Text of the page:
The Gaza Strip is bracing for a severe energy crisis after donor funds from Qatar and Turkey — used to purchase diesel fuel for the coastal enclave’s lone power plant — have run out.
The Hamas-controlled energy authority in Gaza said it no longer has the funds to buy more diesel fuel and pay the requisite taxes, which are levied by the Palestinian Authority (PA) in Ramallah.
IDF Maj. Gen. Yoav Mordechai, head of Israel’s Coordinator of Government Activities in the Territories unit, warned that fuel for the power station in Gaza would likely run out very soon. The Hamas-run health ministry said Gaza residents’ lives were in danger due to rolling power cuts in an attempt to conserve fuel.
In January 2017, Turkey pledged to send 15,000 tons of diesel fuel to Gaza to operate the power station. Qatar’s head of state (known as the emir), Sheikh Tamim bin Hamad Al Thani, met with Hamas’s then-political bureau deputy chief Ismail Haniyeh and promised to transfer $12 million to the Palestinian Energy Authority in Ramallah to purchase the large quantities of diesel fuel needed to run the Gaza power station.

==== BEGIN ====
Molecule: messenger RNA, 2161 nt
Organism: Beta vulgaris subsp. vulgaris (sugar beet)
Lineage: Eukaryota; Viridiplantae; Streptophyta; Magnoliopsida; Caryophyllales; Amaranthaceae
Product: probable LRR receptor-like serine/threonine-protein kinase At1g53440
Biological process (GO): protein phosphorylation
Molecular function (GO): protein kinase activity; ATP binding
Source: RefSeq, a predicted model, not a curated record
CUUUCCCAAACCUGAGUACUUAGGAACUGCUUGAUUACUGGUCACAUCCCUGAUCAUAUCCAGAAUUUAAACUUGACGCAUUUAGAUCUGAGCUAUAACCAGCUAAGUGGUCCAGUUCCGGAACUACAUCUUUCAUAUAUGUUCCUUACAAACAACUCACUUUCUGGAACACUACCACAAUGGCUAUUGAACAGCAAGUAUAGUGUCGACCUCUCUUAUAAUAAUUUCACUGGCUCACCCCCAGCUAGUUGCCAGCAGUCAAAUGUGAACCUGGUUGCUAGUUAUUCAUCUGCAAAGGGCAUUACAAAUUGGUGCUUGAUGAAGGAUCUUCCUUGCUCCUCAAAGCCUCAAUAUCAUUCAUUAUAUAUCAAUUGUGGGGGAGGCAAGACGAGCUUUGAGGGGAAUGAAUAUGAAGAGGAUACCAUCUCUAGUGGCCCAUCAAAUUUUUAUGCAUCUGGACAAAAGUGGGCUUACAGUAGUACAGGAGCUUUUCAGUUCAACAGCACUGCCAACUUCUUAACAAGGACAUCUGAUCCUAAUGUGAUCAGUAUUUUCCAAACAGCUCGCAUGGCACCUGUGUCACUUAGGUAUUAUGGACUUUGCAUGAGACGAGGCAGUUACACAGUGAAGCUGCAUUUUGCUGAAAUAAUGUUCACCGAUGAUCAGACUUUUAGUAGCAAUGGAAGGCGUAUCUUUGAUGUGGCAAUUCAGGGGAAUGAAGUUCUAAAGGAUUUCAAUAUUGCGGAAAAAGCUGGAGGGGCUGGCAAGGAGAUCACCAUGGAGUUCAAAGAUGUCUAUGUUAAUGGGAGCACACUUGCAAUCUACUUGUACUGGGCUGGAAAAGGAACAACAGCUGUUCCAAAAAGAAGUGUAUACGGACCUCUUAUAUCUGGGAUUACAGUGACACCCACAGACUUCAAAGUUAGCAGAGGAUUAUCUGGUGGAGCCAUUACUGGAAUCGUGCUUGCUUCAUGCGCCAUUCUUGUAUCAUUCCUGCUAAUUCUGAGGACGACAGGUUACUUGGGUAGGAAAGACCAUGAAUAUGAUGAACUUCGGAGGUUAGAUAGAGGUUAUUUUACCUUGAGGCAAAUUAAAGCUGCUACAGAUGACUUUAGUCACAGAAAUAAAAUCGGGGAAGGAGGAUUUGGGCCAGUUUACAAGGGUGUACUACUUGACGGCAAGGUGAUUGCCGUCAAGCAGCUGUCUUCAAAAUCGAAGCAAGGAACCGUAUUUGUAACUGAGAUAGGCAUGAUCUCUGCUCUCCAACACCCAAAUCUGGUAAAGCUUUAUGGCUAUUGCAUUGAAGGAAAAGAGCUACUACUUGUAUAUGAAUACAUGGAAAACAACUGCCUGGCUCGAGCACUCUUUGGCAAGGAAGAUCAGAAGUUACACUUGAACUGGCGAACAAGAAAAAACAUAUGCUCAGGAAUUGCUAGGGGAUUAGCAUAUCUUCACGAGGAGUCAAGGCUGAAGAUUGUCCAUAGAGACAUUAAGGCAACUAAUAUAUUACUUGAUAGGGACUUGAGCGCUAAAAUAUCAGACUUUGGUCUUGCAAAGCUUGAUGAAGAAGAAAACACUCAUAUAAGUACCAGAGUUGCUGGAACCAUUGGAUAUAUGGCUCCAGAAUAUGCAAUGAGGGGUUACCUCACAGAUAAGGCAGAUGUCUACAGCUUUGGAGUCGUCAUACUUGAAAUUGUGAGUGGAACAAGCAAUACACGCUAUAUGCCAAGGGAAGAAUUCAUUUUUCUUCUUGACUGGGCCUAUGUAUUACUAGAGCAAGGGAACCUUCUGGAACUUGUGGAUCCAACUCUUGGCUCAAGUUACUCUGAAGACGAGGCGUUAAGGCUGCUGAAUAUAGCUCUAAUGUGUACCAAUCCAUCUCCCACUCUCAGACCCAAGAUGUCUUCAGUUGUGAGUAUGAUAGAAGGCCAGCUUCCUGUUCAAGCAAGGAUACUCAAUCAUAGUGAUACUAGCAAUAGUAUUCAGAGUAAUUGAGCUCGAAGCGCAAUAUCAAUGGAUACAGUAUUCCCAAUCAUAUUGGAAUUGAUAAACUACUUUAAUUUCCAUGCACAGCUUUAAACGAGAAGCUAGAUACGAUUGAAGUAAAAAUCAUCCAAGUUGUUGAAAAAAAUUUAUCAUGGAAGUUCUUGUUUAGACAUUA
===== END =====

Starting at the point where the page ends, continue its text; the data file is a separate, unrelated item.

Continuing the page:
In the past, extended power outages have sparked public outcry in Gaza. Much of the blame for the energy crisis has been aimed at the PA, but Hamas has also been criticized, despite that demonstrations in Gaza against Hamas have been outlawed by the terrorist organization.
Beyond the one power plant, Gaza’s 2 million residents also rely on electricity imports from Israel and Egypt.
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